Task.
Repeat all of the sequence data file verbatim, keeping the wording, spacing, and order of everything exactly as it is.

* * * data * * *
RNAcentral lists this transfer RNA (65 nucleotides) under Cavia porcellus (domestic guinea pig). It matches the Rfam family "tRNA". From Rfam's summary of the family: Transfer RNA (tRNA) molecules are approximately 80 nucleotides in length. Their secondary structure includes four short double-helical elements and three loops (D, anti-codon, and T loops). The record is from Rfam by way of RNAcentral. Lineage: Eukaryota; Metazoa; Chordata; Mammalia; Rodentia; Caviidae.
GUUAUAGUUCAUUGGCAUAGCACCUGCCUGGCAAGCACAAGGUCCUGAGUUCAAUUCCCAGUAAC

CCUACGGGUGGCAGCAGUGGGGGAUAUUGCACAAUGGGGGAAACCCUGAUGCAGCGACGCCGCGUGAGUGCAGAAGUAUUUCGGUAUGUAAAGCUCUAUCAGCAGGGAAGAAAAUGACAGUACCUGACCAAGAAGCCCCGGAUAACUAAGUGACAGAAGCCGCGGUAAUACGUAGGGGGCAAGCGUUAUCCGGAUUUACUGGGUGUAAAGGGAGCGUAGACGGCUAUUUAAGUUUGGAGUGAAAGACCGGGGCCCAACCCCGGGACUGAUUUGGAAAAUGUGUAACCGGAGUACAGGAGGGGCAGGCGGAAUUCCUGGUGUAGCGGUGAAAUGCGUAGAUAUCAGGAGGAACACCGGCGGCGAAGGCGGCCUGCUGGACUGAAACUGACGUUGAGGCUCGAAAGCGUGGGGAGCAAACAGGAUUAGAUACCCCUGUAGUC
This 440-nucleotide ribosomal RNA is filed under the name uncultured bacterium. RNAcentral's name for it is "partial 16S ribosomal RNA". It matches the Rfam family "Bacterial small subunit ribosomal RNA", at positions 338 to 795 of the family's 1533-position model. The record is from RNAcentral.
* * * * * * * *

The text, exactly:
RNAcentral lists this transfer RNA (65 nucleotides) under Cavia porcellus (domestic guinea pig). It matches the Rfam family "tRNA". From Rfam's summary of the family: Transfer RNA (tRNA) molecules are approximately 80 nucleotides in length. Their secondary structure includes four short double-helical elements and three loops (D, anti-codon, and T loops). The record is from Rfam by way of RNAcentral. Lineage: Eukaryota; Metazoa; Chordata; Mammalia; Rodentia; Caviidae.
GUUAUAGUUCAUUGGCAUAGCACCUGCCUGGCAAGCACAAGGUCCUGAGUUCAAUUCCCAGUAAC

CCUACGGGUGGCAGCAGUGGGGGAUAUUGCACAAUGGGGGAAACCCUGAUGCAGCGACGCCGCGUGAGUGCAGAAGUAUUUCGGUAUGUAAAGCUCUAUCAGCAGGGAAGAAAAUGACAGUACCUGACCAAGAAGCCCCGGAUAACUAAGUGACAGAAGCCGCGGUAAUACGUAGGGGGCAAGCGUUAUCCGGAUUUACUGGGUGUAAAGGGAGCGUAGACGGCUAUUUAAGUUUGGAGUGAAAGACCGGGGCCCAACCCCGGGACUGAUUUGGAAAAUGUGUAACCGGAGUACAGGAGGGGCAGGCGGAAUUCCUGGUGUAGCGGUGAAAUGCGUAGAUAUCAGGAGGAACACCGGCGGCGAAGGCGGCCUGCUGGACUGAAACUGACGUUGAGGCUCGAAAGCGUGGGGAGCAAACAGGAUUAGAUACCCCUGUAGUC
This 440-nucleotide ribosomal RNA is filed under the name uncultured bacterium. RNAcentral's name for it is "partial 16S ribosomal RNA". It matches the Rfam family "Bacterial small subunit ribosomal RNA", at positions 338 to 795 of the family's 1533-position model. The record is from RNAcentral.